TOKYO — The Bank of Japan said Thursday that inflation would likely rise above the bank’s 2% target this fiscal year, but it kept ultra-low interest rates unchanged to support the nation’s economic recovery from the pandemic.
The Japanese central bank maintained short-term interest rates at minus 0.1% and its target for the 10-year Japanese government bond yield at around zero.
The bank’s policy board expects core consumer prices excluding volatile fresh food prices to increase 2.3% in the current fiscal year ending March 2023, above the BOJ’s 2% target, according to the bank’s quarterly outlook released Thursday. It had previously projected a 1.9% rise.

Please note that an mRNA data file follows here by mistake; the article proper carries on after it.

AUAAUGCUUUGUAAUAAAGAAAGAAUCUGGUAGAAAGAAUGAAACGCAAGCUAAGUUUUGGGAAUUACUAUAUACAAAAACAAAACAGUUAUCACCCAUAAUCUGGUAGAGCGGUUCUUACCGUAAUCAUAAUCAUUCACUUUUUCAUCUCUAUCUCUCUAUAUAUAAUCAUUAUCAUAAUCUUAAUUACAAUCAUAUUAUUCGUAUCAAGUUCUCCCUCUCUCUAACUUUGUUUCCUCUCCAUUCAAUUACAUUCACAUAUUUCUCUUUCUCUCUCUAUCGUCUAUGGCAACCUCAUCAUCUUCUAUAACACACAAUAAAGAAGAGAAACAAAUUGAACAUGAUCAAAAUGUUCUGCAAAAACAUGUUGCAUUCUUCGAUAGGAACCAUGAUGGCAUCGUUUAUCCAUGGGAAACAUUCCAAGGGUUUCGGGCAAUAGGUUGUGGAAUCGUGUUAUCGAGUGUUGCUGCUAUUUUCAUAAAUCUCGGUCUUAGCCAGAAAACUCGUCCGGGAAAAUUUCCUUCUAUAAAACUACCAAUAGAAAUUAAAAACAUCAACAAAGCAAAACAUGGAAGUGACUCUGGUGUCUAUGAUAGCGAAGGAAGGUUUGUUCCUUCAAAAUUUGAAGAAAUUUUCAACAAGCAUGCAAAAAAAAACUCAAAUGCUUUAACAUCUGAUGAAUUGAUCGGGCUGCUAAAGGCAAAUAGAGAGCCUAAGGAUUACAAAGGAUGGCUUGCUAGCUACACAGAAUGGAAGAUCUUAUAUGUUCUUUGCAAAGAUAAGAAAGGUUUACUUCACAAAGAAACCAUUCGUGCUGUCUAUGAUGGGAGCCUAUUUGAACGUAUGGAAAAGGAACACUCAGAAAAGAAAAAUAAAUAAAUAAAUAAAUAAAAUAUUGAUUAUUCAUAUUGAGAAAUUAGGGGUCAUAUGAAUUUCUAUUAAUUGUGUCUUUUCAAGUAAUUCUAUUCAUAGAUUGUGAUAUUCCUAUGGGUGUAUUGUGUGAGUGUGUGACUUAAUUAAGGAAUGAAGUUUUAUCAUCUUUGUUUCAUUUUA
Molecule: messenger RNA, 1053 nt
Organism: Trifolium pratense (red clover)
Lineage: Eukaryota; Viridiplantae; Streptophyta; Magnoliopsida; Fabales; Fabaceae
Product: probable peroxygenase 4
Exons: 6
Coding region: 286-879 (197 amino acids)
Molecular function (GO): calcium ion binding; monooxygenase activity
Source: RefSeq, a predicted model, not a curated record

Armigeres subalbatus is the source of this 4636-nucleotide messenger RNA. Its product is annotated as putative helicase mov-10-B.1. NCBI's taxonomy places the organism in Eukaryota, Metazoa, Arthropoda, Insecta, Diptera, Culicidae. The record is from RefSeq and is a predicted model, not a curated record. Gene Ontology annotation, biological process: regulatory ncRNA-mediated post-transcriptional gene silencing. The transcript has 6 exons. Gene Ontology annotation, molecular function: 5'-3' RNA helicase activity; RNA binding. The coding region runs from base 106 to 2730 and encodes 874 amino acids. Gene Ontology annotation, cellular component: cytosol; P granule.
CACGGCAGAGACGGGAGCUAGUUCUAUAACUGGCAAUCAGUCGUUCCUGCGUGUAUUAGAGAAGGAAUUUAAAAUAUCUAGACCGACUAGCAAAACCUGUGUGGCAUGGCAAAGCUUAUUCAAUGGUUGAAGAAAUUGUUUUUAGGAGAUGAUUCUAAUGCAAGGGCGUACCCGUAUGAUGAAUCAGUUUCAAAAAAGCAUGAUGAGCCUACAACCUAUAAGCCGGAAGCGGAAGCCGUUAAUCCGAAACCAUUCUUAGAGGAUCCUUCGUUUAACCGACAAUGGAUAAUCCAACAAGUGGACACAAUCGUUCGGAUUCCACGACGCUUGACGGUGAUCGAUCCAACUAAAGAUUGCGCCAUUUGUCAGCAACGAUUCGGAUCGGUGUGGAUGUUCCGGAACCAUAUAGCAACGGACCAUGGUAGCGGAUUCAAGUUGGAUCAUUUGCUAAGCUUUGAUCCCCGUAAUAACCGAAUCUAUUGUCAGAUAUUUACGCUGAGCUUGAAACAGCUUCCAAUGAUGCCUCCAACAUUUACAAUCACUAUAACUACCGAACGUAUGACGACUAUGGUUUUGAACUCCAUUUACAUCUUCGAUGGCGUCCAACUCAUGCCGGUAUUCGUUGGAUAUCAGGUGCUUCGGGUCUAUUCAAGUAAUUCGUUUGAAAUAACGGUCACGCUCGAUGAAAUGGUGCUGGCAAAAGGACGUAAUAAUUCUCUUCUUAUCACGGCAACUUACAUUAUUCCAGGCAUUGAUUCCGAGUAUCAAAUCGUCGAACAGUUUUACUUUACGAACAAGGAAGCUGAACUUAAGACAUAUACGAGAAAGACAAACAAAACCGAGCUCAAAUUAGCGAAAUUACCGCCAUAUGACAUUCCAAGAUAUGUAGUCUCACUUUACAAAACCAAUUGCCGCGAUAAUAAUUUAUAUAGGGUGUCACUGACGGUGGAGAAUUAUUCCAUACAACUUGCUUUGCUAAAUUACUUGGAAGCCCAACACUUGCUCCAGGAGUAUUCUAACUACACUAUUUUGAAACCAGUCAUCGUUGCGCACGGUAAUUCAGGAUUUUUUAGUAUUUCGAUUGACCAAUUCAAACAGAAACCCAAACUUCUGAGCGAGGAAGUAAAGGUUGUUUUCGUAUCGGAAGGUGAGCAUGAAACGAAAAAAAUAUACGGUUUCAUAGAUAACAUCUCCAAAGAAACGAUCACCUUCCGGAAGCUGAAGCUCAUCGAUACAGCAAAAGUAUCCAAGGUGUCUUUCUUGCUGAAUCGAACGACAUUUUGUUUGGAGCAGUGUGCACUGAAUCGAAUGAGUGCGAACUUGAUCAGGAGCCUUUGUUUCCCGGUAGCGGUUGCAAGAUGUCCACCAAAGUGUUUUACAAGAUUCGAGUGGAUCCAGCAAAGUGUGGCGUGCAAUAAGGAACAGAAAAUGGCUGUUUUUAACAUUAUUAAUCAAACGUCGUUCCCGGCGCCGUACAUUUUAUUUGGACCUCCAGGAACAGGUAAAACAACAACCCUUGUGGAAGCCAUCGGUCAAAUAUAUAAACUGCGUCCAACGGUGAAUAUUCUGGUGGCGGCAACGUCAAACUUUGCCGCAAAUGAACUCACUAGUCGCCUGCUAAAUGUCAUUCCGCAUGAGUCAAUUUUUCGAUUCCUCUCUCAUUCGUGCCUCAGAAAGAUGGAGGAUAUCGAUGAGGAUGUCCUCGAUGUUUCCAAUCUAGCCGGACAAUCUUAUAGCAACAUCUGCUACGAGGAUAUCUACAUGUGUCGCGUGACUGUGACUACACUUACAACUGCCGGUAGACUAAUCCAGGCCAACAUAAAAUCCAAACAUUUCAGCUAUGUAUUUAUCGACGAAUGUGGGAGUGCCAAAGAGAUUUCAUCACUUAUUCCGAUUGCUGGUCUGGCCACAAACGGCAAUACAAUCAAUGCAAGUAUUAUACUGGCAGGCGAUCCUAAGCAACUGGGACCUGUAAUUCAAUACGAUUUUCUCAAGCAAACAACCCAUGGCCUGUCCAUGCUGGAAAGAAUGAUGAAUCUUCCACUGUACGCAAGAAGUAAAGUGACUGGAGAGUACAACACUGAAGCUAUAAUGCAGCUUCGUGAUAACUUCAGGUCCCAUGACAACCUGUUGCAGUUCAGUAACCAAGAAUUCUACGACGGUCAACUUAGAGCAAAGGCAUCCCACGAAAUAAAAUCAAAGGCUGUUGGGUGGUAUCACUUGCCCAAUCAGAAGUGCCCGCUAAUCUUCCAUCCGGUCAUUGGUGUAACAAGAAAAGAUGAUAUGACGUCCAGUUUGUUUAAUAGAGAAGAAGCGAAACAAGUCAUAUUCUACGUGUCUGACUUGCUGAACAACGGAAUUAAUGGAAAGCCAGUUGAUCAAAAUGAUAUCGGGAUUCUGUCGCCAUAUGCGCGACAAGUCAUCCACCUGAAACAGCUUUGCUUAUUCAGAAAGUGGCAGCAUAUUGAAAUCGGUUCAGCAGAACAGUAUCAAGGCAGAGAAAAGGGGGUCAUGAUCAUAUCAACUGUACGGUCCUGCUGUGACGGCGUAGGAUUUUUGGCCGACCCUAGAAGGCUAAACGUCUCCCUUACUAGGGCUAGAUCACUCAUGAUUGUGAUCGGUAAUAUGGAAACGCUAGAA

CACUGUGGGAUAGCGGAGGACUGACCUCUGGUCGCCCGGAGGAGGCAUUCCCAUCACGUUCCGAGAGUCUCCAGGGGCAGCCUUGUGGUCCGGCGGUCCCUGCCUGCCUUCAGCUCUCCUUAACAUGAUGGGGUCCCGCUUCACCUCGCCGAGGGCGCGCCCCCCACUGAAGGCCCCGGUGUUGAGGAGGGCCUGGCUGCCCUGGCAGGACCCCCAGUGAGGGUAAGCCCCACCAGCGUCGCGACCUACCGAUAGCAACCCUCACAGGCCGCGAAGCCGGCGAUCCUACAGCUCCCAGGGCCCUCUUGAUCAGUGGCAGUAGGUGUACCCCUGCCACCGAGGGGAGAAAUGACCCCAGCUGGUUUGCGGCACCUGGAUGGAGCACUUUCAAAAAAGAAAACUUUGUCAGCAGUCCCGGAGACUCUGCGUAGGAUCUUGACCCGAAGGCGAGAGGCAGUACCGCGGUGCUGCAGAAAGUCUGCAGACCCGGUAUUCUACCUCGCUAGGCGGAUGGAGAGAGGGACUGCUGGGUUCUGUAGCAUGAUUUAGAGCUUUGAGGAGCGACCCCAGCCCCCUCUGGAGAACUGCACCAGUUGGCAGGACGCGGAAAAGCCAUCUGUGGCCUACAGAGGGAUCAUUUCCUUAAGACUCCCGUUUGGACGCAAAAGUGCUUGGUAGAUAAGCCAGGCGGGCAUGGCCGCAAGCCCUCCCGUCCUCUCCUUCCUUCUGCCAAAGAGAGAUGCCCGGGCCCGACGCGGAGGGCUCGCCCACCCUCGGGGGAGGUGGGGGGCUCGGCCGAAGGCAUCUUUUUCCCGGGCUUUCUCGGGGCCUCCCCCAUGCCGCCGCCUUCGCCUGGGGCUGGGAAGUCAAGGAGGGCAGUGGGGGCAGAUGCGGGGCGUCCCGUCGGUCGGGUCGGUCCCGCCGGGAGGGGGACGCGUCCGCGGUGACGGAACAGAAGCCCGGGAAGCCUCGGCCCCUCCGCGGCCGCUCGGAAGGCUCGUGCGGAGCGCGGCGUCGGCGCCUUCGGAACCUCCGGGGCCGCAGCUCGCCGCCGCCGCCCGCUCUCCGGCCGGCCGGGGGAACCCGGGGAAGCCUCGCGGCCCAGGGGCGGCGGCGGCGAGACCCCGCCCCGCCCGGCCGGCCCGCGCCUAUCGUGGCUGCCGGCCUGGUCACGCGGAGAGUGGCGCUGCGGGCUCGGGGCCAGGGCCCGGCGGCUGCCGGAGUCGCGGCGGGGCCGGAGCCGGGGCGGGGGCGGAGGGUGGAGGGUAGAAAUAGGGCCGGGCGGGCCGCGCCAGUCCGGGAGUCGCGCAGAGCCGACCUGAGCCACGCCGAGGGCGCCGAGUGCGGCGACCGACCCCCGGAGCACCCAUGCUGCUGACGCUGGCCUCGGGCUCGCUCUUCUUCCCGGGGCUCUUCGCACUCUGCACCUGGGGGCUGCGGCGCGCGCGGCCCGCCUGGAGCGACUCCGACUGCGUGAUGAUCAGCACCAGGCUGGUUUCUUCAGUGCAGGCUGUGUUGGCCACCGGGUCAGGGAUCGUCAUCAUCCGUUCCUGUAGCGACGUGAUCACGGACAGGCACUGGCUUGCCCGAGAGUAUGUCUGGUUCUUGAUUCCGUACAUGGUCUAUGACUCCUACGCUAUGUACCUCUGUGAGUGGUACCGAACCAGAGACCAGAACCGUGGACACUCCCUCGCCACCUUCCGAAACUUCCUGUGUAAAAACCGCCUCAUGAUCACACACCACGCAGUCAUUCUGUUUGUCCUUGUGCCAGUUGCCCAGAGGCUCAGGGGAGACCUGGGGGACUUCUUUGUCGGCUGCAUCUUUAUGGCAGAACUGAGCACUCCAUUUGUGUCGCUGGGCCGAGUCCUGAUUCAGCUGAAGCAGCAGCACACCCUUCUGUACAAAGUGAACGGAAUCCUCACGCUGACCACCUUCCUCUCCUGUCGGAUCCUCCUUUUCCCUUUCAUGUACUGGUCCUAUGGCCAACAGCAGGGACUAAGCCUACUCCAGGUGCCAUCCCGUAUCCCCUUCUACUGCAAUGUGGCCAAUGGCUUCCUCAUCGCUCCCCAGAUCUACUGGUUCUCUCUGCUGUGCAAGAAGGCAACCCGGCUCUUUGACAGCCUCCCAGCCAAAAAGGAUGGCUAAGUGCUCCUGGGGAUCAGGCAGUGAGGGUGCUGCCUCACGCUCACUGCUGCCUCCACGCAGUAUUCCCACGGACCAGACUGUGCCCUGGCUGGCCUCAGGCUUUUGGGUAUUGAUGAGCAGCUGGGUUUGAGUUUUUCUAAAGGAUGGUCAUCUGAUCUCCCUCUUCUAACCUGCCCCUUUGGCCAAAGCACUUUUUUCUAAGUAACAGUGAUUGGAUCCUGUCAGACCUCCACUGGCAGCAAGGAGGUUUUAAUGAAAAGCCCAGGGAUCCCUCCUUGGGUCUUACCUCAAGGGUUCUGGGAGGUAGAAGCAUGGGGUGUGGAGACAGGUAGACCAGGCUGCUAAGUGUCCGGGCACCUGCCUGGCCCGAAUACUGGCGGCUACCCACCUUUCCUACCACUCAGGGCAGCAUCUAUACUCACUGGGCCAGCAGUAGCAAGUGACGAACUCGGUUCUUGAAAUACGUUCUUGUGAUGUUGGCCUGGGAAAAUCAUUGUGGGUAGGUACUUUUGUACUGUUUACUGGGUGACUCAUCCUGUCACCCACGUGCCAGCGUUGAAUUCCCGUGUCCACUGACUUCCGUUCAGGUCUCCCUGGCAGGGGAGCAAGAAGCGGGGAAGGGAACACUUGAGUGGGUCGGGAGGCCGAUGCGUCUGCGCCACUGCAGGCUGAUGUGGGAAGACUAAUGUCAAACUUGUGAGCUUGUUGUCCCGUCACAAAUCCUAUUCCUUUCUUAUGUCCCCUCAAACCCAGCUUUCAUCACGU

The inflation projected by the BOJ is still much milder than the U.S., where inflation reached 9.1% in June, the fastest pace since November 1981. Federal Reserve officials have signaled they are likely to raise interest rates by 0.75 percentage points later this month.
The BOJ’s easy stance recently has fueled the yen’s fall against the U.S. dollar. After Thursday’s announcement, the yen stood at about 138.21 to the dollar. Last week, the yen fell to a fresh 24-year low at more than 139 to the dollar.
The bank expects core inflation to slow to 1.4% in the year ending March 2024 and 1.3% the following year.
Meanwhile, the BOJ projected that the Japanese economy would expand 2.4% in the current fiscal year, down from 2.9% growth projected in its previous report. It forecast 2.0% growth in the year ending March 2024 and 1.3% growth in the following year.